Jennifer Loustau
3 min readOct 14, 2020


My beloved French grandmother died when she was 89. I still miss her. She was to me the embodiment of unconditional love. She took me on long, long walks and we gossiped the whole time. She introduced me to “The Emperor Concerto” and “The Four Seasons.” She taught me how to knit the European method. She made me do “dictées”, or dictations, so that my French would improve.

I wasn’t the only one who adored her; my mother said that her mother-in-law was the best mother-in-law imaginable.

Yet my father once said, “She was the wrong wife for my father.” He didn’t say she was a bad wife, or that she was unloved. He said she was the wrong wife.

He said that my grandfather was an ambitious man, a hard-working man, a man who became the male-head to his mother and brothers at a very young age when his own father died in an accident. My grandfather moved the family upward in a society that is rigidly classist. But my grandmother failed to entertain powerful people, failed to cultivate the right friends, failed to impress the important people.

My American grandmother did all those things: she was birthright society. She made friends with everyone. She rode in the hunt. She didn’t need to entertain; she was always invited. She never hesitated to call anyone in power and demand what she wanted. Her marriage ended in divorce because she was the wrong wife for her husband, my grandfather.

She was frivolous. She was a spendthrift. She didn’t cook or clean. She took what she wanted without expressing gratitude. She felt indebted to no one. She regularly traveled alone to her mother’s house whenever she wanted. Those were the criticisms I heard growing up. She wasn’t a bad woman — everyone loved her — but she was the wrong wife.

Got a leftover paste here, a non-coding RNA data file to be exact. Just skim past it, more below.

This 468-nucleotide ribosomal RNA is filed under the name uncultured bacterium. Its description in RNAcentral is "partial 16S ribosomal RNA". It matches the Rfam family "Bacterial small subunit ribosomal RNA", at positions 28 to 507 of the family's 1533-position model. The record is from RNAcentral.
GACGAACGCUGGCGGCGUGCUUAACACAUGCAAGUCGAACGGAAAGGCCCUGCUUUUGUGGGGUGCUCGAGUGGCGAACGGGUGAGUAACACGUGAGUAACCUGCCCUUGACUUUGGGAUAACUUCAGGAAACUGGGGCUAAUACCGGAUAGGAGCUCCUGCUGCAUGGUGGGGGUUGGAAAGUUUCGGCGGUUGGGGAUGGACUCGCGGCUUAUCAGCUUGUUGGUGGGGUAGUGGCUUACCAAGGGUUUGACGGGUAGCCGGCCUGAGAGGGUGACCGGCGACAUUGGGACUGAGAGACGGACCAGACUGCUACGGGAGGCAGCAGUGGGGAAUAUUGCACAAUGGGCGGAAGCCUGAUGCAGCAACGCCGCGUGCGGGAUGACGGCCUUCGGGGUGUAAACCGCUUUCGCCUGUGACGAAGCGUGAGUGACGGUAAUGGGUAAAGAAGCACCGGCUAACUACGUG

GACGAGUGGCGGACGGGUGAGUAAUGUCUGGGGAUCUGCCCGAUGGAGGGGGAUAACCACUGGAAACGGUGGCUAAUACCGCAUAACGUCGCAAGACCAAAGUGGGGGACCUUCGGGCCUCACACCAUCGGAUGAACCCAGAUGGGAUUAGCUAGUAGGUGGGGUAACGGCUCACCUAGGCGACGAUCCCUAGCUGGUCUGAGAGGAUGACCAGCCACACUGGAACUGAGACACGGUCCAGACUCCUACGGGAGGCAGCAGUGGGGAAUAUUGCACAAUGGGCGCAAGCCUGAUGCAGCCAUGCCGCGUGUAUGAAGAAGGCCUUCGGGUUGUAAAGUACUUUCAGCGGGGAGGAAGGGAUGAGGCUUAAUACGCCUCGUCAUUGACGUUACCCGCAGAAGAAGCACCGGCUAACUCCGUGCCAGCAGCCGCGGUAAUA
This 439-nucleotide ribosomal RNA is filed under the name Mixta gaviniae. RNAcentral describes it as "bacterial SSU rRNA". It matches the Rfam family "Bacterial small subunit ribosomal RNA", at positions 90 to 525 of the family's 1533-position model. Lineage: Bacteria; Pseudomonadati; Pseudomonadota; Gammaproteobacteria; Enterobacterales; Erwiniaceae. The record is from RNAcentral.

These were two women born at the end of the 19th century, given the right to vote, negotiating two world wars with family members involved in both. Those were not easy times for anyone. The stories I heard, the grandmothers were both resilient in their own ways: during the War, my French grandmother walked miles to get milk for her granddaughter. After the Crash, my American grandmother let go of the maid and turned over the cooking to her kids.

Was there a right wife? Of the six offspring of my grandmothers, all six married just once and stayed married til death did them part. My grandmothers must have done something right. The 18 grandchildren and the 46 great-grandchildren are all good people and they enjoy each other’s company. Is there a better way to evaluate a woman’s rightness?

Today we celebrate that there are many more ways to evaluate a woman, and I cheer for them all. But the only way to have broad criteria — pun intended — is to eliminate the male standard. For to meet the male standard requires denying what the females do well. The first female president will not be as good a president as a male president. Nor will she be better than a male president. She will simply be a great president.